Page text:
A tip of the cap to the board and management of Evansville-based Vectren on the sale of the company to Houston-based CenterPoint Energy. Vectren shareholders will receive $72 in cash for their shares. In total, CenterPoint is paying $6 billion in cash and assuming $2.5 billion in debt for a total deal value of $8.5 billion.
The deal’s announcement was accompanied by the familiar slew of press releases issued by class action attorneys fishing for plaintiffs to sue Vectren for breach of fiduciary duty and selling the company for less than it’s worth. Frankly, those allegations are laughable. Vectren shareholders are getting top dollar in this deal.
The valuation of this transaction is stunning. Vectren is selling its business, a regulated utility, for a whopping 25 times earnings in a period of rising interest rates.
Utilities have had a good run in this bull market. The Dow Jones utility average more than doubled since March 2009, for an 8.6 percent annualized rate of return. Add in the ample dividends utilities pay, and total returns approach 12 percent for the past nine years.
Vectren’s stock has clobbered the utility index in the last 18 months, rocketing 46 percent versus only 3.3 percent for the index.
Vectren’s utility revenue and profit is approximately 60 percent natural gas and 40 percent electric (coal). Natural gas is, at present, the coveted fuel in the utility industry. The cash shareholders will receive is a culmination of a business that has performed very well over the past decade.
Yet by almost any financial measure, CenterPoint is paying a very rich price. Shelling out a growth-stock-like value for a regulated business that must consistently reinvest large amounts of cash into its infrastructure might not bode well for CenterPoint shareholders going forward.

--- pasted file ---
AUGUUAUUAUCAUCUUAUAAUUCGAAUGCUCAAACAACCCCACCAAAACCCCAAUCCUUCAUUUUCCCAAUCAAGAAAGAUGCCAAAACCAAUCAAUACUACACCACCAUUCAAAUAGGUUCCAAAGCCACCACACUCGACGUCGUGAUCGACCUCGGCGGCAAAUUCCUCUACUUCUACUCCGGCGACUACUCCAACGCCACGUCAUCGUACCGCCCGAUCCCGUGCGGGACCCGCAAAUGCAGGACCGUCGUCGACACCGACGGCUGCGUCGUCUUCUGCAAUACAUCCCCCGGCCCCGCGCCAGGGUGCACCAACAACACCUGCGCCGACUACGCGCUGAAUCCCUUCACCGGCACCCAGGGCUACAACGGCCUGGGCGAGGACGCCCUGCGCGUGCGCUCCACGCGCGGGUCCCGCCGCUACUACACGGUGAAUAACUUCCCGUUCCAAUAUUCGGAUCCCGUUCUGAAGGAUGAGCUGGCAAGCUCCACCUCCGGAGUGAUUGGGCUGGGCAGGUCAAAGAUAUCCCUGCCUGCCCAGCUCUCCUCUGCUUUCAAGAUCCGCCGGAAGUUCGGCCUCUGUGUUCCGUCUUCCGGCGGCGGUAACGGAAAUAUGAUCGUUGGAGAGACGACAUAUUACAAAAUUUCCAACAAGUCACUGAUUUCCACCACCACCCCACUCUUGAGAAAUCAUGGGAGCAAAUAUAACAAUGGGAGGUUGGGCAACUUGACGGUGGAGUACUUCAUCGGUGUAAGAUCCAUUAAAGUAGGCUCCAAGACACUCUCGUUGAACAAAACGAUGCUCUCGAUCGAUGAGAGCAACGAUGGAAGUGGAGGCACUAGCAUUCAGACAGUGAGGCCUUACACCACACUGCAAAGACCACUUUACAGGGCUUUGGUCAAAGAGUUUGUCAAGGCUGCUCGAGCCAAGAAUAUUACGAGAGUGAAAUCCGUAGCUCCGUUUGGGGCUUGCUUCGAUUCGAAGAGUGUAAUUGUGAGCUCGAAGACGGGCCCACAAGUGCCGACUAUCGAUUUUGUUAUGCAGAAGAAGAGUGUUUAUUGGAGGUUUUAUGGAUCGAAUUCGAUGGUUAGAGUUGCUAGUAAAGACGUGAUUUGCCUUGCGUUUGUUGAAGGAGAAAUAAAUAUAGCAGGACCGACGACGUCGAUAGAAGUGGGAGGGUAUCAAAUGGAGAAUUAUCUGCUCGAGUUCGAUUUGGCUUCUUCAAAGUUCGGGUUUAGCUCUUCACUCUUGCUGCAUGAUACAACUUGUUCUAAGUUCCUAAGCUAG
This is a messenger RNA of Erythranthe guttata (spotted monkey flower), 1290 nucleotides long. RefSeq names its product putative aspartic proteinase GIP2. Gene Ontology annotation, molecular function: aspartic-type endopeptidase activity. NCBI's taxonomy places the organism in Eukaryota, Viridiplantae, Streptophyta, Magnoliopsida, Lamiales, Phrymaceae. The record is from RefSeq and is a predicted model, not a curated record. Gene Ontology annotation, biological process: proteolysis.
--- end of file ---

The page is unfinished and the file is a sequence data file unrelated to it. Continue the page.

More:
Also, utilities are often said to have bond-like characteristics, since regulators allow them to earn stable, fixed rates of return, from which a large percentage is paid out in dividends. With the United States transitioning to a period of rising interest rates, the outlook for utility stocks (and for bonds) appears challenging.
Finally, it is instructive to compare the Vectren acquisition with another Indiana utility deal that took place nearly two decades ago—the dreadful acquisition of central Indiana utility IPL by AES Corp. That merger occurred at the top of the internet bubble market. Unfortunately, instead of a cash payment, IPL shareholders received massively overvalued shares of AES in exchange for their stock. An IPL shareholder who held onto AES shares for 17 years has lost 72 percent since the March 2001 merger.
The sad irony is that IPL remains a healthy, thriving company as a subsidiary of AES.
Had the merger never occurred, its stock might now be worth at least double the $22.89 per share that was converted in March 2001 into AES shares (instead of its post-merger value of $5.55 in AES stock today), while also distributing 68 quarterly dividends.
Investors involved in a merger must pay close attention to the business valuations of both the buyer and the seller—and the method of payment used for the acquisition.
Consider selling if the terms are unfavorable. A good merger strives for fair values for both parties.•
Skarbeck is managing partner of Indianapolis-based Aldebaran Capital LLC, a money-management firm. Views expressed are his own. He can be reached at 317-818-7827 or firstname.lastname@example.org.